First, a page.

Many English nouns and noun phrases can be used as adverbs. They are called "adverbial objectives". From the standpoint of word order, an adverbial objective is put as if it were an objective of a verb, but actually it works as an adverbial modifier of the verb. This sort of constructs comes from an Old English grammar rule that allowed ti use accusative cases of nouns as adverbs. For example, let's take an Old English sentence "He eode ham"[=He went home]. From the view of current English the word "ham" [home] would be treated as an adverb but it was the accusative of the noun "ham" in Old English. In current English this sort of noun phrase uses is prominent especially in the case the noun phrases means "time/duration", "space/direction/distance", "measure/degree", "manner" and others.

[1.] Did you see him this morning?
[2.] What time shall we go?
[3.] She is thirty years old.
[4.] I'd like to start Wednesday, the first jury day. ["the first jury day" is appositive to "Wednesday"]
[5.] Please tell me what day you are free.
[6.] The parcel arrived last week.
[7.] They prayed all night in the cathedral.
[8.] They walked two hours.
Some other examples of noun phrases of this use:
every day, next week, next Monday, the day after tomorrow, one of these days, one day, any day in this week, etc.

[1.] Today I came a different way. ["Today" is a TIME ad. ob.]
[2.] Elms stood either side of the street.
[3.] Let's go some place.
[4.] He lives next door.
[5.] She'll come home soon.
[6.] Come this way, please!
[7.] We wandered north and north.
[8.] We walked ten miles.

[1.] She was thirty years old.
[2.] The bottles was about three quarters full.
[3.] They stood up together *** high in the sea.
[4.] He stands head and shoulders above his fellow.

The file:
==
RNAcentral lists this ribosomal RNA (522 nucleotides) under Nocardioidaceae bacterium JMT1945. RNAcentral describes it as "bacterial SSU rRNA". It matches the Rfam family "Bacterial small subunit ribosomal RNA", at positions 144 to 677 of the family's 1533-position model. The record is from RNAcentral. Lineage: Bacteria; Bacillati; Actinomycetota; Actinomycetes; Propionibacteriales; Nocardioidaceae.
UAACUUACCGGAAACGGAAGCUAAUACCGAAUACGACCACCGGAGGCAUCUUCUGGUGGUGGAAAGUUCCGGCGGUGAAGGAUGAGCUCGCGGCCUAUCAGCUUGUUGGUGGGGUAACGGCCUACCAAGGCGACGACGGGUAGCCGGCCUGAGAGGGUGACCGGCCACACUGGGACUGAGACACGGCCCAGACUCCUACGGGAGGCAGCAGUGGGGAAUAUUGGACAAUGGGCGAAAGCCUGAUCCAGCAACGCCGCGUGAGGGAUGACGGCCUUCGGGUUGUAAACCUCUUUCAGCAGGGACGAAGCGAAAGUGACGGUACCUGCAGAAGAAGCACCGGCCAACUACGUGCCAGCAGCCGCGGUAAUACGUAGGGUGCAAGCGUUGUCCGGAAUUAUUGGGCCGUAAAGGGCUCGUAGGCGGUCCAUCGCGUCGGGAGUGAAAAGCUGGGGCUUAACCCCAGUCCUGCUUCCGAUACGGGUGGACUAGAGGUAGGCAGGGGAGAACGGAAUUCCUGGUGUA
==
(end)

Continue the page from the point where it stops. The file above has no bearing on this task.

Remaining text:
[5.] Her skin was snow white.
[6.] It was pitch dark inside the room.
[7.] Stars are diamond bright and there is no dew.
[8.] The sea went mountains high.

[1.] I should not mind a bit.
[2.] She blamed herself no end.
[3.] She used to laugh a good/great deal.

[1.] Don't look at me that way.
[2.] He speaks good English
[3.] He came full speed.
[4.] He stood there sailor-fashon.
[5.] She run upstairs two steps at a time.
[6.] They walked barefoot.
[7.] Our ship sailed first thing in the morning.

Noun Couplets
[1.] Bind him hand and foot.
[2.] He smote them hip and thigh.
[3.] We all got to go sometime reason or no reason.
[4.] Let's fight tooth and nail.
[5.] They discussed the matter heart to heart.
Some other examples of couplets: day after day, year after year, face to face.

The Superlative and the Comparative
[1.] My father liked this hat the best.
[2.] He runs the faster.
[3.] She couldn't know which she liked the better.
[4.] I don't know whose eyes would be the widest open.

[1.] She visited the States twice a year.
[2.] He paid $ 20 a pair for my shoes.

To my guess, these collocations are so common that most of native speakers could acquire them even without knowing the concept of "adverbial objectives". And (therefore?) many of grammar books currently available don't mention this, and dictionaries give a definition to a noun used as an adverbial adverb as an adverb separately from the definition as a noun. As for the complex adverbial objectives, they are explained as simple idiomatic phrases without giving any grammatical explanation. Accordingly, in teaching English as a second language too, the concept of "adverbial objectives" is rarely taught at the beginner's stages in school at least in Japan. So many of English learners in Japan (including me) learned theses expressions one by one without knowing the mechanism why native speakers use nouns as adverbs. I sometimes feel it might be better to let students know the concept of "adverbial objectives" at an earlier stage of English learning and it could be helpful for them to learn this kind of noun usage more efficiently. But I'm not sure. I would like to hear opinions from English teachers (especially those who teach English to ESL students) about this.

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Comments  (Page 2) 
As to the sentence what's the matter...?

If you say "what's the matter", it wouldn't matter to you. It matters to me.

Yes, you're right, I'd better wind up by this.
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I'd better wind up by this.